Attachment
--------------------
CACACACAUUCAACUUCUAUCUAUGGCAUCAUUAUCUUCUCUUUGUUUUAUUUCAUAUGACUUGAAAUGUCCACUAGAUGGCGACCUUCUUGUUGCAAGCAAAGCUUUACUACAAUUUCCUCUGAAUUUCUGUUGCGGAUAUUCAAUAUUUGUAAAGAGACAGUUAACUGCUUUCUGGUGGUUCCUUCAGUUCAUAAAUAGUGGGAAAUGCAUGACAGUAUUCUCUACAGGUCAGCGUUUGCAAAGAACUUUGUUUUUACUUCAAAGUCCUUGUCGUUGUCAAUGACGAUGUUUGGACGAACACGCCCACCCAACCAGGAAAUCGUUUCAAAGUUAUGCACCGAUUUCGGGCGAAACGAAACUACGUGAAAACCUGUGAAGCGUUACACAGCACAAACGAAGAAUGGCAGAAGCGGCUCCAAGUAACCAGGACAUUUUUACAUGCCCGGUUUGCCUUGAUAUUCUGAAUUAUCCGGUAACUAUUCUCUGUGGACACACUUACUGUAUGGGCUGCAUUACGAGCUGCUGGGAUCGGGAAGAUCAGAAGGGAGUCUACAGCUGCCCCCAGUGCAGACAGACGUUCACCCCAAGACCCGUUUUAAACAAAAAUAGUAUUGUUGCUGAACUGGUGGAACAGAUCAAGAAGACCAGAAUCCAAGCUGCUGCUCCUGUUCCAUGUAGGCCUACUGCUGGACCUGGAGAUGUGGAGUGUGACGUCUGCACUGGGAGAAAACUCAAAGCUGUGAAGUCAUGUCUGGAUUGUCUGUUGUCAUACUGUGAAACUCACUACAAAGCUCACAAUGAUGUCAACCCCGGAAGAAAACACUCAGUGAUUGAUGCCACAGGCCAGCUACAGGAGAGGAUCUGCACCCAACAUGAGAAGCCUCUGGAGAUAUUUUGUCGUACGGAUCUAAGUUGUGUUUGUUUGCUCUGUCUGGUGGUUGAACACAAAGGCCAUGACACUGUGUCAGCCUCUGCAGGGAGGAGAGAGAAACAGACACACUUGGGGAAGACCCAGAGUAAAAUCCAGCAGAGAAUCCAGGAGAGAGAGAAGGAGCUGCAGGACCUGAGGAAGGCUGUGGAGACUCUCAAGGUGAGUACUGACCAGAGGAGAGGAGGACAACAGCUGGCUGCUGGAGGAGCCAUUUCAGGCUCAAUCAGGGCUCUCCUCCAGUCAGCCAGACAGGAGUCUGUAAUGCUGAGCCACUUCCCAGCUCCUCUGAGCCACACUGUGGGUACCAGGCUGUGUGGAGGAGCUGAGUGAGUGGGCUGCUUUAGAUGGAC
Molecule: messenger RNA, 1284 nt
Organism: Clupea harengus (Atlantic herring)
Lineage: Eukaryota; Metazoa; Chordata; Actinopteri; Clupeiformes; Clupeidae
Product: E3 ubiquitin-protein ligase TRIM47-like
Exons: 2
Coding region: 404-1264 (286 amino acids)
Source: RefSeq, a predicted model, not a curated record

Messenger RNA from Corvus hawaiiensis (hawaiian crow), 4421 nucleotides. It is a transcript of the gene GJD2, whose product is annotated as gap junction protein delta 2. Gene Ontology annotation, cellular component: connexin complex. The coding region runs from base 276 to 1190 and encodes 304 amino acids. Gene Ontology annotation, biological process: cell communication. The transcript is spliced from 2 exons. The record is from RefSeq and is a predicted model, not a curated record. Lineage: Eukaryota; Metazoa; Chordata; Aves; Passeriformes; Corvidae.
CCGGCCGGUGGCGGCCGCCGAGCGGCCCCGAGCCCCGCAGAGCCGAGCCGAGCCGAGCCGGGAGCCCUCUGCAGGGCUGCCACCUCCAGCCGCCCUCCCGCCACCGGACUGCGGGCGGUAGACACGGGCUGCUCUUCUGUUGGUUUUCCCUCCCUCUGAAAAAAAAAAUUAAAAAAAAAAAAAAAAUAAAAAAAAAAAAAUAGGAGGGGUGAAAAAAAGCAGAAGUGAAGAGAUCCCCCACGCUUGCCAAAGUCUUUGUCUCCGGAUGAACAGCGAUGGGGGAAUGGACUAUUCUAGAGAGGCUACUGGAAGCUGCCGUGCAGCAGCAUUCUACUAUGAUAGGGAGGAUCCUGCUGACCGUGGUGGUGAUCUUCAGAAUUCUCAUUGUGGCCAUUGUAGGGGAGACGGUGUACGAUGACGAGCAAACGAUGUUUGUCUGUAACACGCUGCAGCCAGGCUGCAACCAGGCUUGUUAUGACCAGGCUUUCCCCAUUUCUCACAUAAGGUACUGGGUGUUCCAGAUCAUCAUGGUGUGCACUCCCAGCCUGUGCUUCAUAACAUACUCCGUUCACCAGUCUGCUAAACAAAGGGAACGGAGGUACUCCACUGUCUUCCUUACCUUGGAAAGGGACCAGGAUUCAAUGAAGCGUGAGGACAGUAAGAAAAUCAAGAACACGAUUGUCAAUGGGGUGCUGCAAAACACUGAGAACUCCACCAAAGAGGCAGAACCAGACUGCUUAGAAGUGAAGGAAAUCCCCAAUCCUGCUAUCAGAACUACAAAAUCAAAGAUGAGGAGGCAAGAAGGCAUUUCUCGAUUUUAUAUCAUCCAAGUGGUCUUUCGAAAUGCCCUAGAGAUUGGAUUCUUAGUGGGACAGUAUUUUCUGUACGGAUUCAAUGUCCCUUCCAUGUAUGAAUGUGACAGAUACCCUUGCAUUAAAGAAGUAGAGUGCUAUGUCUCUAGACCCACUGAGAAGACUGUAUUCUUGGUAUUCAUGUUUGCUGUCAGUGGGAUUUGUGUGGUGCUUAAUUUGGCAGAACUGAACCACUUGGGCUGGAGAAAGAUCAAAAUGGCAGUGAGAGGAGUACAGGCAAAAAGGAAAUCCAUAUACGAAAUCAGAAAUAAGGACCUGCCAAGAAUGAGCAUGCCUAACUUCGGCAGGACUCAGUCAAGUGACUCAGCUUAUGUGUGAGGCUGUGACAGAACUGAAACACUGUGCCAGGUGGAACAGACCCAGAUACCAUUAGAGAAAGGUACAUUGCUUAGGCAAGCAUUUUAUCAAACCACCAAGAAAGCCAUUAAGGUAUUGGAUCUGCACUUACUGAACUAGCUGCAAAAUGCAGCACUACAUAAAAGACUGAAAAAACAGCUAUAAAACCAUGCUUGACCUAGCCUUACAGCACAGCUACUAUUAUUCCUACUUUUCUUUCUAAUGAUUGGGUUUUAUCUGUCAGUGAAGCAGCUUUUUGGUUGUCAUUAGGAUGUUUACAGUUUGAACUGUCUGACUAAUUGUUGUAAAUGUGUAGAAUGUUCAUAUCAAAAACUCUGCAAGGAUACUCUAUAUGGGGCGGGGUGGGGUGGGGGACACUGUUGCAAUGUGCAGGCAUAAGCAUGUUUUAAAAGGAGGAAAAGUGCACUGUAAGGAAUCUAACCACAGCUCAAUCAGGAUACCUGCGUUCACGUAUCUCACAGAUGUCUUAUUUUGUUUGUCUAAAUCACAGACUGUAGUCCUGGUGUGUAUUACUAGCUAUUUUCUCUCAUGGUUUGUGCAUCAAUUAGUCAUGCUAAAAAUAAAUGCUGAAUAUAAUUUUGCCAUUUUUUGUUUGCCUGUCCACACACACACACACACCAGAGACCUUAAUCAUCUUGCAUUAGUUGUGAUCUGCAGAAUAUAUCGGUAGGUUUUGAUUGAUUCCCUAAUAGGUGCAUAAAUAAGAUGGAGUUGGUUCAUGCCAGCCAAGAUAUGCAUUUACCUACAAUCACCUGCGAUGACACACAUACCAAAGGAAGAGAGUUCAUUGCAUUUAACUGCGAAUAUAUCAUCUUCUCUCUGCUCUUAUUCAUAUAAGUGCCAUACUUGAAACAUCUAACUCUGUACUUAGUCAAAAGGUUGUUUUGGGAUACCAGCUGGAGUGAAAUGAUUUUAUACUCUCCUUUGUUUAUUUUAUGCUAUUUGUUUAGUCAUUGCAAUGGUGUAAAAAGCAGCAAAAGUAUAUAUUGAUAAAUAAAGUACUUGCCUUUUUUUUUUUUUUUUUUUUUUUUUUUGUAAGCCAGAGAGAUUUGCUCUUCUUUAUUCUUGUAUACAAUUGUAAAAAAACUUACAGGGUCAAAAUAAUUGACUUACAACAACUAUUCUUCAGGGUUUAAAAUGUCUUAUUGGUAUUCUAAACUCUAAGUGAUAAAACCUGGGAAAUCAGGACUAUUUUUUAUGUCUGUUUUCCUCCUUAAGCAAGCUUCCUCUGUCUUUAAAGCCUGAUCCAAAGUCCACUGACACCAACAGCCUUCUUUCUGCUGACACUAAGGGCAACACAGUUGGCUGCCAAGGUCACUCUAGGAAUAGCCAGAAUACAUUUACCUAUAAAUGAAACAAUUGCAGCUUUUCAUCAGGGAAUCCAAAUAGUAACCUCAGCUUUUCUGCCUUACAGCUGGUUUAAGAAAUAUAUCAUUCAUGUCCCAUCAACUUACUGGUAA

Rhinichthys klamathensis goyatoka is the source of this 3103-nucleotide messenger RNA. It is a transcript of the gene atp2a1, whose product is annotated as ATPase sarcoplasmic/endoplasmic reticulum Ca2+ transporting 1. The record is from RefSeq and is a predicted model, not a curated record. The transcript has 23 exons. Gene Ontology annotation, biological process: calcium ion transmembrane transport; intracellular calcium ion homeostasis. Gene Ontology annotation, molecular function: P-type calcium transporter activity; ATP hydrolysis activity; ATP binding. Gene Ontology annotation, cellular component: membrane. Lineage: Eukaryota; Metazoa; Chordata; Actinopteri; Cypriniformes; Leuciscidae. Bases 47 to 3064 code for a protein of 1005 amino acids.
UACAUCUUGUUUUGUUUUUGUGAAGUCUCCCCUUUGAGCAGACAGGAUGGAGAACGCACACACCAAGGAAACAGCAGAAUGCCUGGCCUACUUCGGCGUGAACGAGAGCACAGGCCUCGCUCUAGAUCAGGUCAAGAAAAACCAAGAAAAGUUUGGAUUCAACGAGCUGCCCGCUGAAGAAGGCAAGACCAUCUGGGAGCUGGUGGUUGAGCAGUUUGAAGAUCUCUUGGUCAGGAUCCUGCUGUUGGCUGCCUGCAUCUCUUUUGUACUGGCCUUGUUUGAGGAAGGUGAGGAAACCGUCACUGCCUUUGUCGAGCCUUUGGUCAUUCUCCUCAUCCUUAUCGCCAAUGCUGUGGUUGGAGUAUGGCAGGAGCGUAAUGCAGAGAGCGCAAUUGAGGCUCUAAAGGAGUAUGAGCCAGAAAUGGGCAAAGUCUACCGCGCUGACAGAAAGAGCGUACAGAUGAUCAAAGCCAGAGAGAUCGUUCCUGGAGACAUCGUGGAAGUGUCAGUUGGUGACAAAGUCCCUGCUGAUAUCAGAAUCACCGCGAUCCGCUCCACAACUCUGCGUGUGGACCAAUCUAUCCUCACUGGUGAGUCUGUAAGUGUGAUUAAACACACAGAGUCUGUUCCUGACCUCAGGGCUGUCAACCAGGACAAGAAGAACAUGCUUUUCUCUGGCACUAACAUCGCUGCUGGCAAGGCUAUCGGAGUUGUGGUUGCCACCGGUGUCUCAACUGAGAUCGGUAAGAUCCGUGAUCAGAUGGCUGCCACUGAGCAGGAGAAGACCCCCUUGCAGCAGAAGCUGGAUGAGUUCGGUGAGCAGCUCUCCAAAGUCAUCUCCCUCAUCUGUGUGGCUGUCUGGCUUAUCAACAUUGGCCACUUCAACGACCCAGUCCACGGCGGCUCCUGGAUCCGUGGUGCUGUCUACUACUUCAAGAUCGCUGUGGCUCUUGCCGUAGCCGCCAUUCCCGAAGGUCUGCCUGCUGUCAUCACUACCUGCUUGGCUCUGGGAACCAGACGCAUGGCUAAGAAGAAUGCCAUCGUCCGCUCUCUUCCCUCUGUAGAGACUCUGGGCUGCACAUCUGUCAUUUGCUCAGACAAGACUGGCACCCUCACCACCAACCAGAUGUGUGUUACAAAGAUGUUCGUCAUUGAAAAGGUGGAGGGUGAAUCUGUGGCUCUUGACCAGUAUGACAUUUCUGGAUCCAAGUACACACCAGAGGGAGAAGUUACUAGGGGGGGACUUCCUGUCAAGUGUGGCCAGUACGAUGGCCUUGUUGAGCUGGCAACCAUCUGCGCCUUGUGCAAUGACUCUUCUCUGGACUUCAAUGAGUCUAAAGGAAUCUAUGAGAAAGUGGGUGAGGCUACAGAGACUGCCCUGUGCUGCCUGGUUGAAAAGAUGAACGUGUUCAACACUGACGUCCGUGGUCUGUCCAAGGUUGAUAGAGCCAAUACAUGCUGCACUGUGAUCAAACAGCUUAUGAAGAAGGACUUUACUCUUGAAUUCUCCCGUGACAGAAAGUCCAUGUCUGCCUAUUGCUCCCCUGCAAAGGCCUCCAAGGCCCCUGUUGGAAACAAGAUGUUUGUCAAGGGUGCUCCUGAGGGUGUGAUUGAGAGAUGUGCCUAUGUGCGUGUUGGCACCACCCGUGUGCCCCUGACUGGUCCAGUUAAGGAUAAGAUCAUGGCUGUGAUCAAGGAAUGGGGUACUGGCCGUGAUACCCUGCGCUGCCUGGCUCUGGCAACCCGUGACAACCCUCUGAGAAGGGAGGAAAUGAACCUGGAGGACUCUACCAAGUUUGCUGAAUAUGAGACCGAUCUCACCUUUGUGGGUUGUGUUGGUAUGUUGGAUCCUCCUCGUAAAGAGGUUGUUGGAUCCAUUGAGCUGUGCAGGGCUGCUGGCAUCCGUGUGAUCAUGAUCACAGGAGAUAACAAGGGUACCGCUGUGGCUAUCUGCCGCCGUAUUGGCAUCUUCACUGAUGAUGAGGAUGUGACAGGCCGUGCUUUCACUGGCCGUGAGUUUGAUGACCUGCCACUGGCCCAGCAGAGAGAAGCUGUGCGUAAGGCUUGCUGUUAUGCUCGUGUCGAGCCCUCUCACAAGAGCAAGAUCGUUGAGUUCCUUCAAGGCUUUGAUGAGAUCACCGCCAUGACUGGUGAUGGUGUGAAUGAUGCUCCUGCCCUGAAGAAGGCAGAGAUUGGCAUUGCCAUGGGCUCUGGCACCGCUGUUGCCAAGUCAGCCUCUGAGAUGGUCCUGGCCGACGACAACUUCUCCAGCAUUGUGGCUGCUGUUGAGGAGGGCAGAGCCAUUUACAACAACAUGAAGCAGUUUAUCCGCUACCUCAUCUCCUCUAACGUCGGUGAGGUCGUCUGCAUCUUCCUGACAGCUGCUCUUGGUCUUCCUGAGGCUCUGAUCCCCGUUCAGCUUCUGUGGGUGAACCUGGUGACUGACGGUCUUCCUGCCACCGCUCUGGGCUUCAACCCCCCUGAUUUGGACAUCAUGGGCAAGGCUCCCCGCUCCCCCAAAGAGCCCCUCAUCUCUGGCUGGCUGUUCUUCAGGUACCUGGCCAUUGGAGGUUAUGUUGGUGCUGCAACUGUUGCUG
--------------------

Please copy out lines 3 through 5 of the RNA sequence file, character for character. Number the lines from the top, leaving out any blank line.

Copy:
Organism: Clupea harengus (Atlantic herring)
Lineage: Eukaryota; Metazoa; Chordata; Actinopteri; Clupeiformes; Clupeidae
Product: E3 ubiquitin-protein ligase TRIM47-like